This leads us to more judgement, self-destruction, sabotage and self-deprecating ideas, thoughts and depression. This is a road map towards being our own worst enemy.

Sure, we have a past. We all do. I have one too. And sometimes the past resurfaces. Sometimes the past comes out of nowhere, like an unwanted guest that refuses to leave. And sometimes I hurt. My thoughts become regretful.

Sometimes it seems like no matter where you go, the past is always there. Lurking. And there are the people who come along with their so-called helpful suggestions.
They tell you to “Stop!”
There are people that say, “Stop dwelling in the past,” or “You have to move on,” and “Let that go!”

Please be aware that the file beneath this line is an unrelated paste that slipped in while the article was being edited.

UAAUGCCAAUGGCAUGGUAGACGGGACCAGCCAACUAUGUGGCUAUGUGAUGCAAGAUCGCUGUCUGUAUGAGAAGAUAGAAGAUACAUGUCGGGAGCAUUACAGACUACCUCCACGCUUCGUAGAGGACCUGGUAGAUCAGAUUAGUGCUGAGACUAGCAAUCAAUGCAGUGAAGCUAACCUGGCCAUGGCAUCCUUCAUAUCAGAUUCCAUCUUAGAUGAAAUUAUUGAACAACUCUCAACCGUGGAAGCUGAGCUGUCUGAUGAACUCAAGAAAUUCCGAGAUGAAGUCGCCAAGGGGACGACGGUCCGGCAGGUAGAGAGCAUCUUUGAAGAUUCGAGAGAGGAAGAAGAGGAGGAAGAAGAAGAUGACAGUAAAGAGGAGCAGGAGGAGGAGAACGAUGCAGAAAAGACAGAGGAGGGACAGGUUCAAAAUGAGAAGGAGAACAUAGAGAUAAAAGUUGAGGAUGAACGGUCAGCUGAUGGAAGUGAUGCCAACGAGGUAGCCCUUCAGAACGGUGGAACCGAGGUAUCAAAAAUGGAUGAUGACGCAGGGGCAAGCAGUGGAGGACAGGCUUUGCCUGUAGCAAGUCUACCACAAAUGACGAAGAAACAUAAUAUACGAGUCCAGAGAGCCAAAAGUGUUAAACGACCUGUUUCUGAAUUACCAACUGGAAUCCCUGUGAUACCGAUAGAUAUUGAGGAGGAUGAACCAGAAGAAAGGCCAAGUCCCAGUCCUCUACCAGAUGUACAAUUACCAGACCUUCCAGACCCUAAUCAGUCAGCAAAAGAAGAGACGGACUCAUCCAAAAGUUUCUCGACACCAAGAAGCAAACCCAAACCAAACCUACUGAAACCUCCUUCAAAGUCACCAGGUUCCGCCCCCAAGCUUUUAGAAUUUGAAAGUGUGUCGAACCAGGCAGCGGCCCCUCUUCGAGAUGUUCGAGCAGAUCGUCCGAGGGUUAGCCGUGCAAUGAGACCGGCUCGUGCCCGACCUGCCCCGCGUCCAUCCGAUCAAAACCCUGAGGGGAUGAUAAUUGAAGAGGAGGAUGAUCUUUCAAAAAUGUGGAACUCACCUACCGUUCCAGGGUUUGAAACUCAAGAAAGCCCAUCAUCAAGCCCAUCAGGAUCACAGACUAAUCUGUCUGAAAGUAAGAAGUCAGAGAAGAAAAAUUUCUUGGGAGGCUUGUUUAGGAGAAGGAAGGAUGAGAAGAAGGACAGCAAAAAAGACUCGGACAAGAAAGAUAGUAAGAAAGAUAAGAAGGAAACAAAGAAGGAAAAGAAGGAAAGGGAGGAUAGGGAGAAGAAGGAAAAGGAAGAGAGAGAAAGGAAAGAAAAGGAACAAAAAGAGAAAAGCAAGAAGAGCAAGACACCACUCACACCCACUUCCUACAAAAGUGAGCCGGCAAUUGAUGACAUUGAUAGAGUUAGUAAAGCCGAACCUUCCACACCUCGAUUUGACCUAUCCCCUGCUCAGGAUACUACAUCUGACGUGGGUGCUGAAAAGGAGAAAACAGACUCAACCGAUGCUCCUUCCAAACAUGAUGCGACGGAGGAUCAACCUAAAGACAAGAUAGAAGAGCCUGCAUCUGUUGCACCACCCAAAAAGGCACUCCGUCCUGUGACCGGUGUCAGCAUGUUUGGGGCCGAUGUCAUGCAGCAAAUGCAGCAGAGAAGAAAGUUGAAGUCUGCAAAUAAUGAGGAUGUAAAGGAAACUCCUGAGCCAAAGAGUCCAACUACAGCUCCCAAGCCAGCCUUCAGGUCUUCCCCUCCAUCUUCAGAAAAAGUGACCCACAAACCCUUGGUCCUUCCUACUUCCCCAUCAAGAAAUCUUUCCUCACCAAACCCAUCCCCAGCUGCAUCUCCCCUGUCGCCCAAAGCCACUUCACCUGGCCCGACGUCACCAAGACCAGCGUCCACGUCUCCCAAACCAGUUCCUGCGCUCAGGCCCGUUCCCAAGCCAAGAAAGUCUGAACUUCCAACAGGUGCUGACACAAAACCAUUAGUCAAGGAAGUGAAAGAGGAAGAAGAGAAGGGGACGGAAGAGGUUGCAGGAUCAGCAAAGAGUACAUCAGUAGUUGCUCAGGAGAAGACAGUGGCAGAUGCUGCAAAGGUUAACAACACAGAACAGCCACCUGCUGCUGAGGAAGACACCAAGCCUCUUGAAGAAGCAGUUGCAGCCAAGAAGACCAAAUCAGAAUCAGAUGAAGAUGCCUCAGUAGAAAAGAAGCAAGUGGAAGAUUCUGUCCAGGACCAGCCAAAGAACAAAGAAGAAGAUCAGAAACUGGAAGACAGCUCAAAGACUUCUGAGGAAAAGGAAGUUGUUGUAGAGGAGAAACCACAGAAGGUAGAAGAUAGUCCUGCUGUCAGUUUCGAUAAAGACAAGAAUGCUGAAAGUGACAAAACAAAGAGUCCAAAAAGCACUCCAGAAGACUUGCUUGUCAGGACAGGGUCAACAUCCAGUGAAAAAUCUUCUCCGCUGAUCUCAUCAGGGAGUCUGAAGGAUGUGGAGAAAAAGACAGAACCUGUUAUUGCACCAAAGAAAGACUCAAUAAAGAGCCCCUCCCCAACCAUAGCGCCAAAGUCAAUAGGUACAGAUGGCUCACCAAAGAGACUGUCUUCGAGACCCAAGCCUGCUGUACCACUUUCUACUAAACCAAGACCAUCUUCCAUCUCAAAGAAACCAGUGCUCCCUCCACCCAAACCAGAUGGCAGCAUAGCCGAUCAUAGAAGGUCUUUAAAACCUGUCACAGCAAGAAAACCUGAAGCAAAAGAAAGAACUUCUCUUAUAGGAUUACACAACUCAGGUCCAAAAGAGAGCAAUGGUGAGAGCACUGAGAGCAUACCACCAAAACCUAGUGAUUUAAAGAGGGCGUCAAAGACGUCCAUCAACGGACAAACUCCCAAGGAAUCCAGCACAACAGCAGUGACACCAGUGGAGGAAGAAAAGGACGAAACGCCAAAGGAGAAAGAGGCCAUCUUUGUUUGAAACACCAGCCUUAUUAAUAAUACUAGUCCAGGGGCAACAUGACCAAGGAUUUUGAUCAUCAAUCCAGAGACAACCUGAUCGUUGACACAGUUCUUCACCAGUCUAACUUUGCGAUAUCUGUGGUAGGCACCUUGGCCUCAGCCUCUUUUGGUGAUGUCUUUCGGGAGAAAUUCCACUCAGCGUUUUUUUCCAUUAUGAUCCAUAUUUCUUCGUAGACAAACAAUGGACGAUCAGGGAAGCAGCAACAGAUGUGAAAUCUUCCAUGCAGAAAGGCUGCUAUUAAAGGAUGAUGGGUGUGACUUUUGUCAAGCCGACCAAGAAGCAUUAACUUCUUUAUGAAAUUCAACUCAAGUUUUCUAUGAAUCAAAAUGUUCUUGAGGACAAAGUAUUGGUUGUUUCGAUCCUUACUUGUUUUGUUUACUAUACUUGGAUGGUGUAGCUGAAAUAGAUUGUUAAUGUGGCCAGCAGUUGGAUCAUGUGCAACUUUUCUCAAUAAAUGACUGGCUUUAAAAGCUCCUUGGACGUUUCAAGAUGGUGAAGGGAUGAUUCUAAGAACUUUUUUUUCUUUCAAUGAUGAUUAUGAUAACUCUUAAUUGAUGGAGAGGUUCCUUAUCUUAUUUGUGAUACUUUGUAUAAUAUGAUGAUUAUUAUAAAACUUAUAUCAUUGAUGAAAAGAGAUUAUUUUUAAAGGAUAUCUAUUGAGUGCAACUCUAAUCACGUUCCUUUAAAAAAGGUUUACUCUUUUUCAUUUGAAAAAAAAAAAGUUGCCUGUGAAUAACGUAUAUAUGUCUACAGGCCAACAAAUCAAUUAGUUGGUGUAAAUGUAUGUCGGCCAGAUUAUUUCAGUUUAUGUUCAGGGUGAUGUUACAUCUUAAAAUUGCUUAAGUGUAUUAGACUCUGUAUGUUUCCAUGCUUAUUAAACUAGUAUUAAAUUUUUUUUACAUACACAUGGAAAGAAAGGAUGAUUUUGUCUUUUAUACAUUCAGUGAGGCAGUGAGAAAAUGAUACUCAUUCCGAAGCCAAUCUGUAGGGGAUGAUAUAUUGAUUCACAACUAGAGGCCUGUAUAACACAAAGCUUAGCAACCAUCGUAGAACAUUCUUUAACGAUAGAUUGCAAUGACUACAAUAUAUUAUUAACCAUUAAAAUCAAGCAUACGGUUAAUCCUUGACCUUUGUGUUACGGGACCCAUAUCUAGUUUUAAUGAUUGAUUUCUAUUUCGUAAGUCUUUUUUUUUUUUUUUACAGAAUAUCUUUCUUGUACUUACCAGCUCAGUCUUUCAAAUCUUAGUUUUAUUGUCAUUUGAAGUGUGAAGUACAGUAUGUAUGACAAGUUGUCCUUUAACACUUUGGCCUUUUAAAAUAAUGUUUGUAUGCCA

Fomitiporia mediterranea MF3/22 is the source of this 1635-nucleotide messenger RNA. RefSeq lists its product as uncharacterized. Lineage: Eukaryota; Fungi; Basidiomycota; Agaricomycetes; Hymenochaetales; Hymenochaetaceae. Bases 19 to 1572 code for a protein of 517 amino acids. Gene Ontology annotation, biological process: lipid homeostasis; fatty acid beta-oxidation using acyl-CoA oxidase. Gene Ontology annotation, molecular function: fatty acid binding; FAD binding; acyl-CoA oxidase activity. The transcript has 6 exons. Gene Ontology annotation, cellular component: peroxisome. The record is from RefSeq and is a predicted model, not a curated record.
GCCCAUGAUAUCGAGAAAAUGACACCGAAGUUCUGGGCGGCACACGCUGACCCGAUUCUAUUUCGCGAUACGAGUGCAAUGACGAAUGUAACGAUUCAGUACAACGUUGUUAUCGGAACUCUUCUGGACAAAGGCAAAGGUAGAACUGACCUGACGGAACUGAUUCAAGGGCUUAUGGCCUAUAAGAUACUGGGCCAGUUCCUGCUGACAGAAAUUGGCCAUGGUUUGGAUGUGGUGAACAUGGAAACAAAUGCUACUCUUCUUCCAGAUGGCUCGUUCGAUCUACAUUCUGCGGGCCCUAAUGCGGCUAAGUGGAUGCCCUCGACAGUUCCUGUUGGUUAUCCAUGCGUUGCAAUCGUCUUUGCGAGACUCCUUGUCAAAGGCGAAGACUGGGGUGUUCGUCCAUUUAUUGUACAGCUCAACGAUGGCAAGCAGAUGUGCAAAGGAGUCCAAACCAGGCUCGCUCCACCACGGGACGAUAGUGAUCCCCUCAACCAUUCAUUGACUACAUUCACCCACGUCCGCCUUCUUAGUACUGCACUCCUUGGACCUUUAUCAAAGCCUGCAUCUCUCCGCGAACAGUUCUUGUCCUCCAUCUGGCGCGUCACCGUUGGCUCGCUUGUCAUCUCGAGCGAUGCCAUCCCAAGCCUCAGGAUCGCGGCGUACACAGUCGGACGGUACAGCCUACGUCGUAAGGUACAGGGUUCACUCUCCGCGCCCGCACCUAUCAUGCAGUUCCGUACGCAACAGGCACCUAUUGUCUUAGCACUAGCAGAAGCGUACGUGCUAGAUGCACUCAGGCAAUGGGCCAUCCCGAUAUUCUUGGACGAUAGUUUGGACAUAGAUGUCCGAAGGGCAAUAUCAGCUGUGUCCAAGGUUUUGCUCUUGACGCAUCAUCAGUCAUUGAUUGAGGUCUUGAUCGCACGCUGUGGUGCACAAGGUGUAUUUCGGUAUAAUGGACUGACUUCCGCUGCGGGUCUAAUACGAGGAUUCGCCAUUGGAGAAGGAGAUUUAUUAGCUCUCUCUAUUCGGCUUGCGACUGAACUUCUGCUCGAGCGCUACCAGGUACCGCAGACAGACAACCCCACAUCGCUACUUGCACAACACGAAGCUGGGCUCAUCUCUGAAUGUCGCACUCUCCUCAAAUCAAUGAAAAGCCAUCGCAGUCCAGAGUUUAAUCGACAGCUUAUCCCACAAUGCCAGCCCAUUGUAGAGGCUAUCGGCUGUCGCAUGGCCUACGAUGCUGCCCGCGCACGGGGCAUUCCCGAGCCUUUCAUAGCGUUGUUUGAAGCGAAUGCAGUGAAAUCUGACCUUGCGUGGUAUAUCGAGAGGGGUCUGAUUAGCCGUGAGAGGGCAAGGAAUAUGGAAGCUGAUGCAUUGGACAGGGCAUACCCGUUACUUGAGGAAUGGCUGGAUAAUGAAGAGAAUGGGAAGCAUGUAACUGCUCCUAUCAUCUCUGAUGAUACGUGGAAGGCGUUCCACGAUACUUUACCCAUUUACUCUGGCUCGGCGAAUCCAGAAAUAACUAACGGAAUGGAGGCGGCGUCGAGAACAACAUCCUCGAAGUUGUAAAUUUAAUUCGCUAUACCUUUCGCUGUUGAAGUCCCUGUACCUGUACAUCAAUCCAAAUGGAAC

They say this as if this were an easy choice. Or perhaps this is an easy choice for some people. Perhaps this has something to do with the way we judge ourselves and prioritize our thinking. However, in the land of unresolved tensions, letting go is complicated. Moving on is not always easy. Although the dream is to be free from the burden, the mind seeks comfort. Therefore, the mind wants redemption. The mind wants to recreate and resolve the unsolvable climate of moments that no longer exist.

Yesterday is gone, remember? We don’t live there anymore.

Stop living in the past is a great suggestion. Stop thinking about things that hurt you the most. This is a great suggestion too. Stop worrying about the things you have no control over. All are great suggestions.
Be good to yourself. Be kind to yourself. Give yourself a break and learn to be your own best friend. Allow yourself to be your own superhero. Again, all great suggestions. However, in the mindset of regret, suggestions like this seem impossible. And it’s okay to say this. In fact, I would rather speak honestly. I would rather scream openly and let this out than hide my feelings and let the regret fester in me like a sore.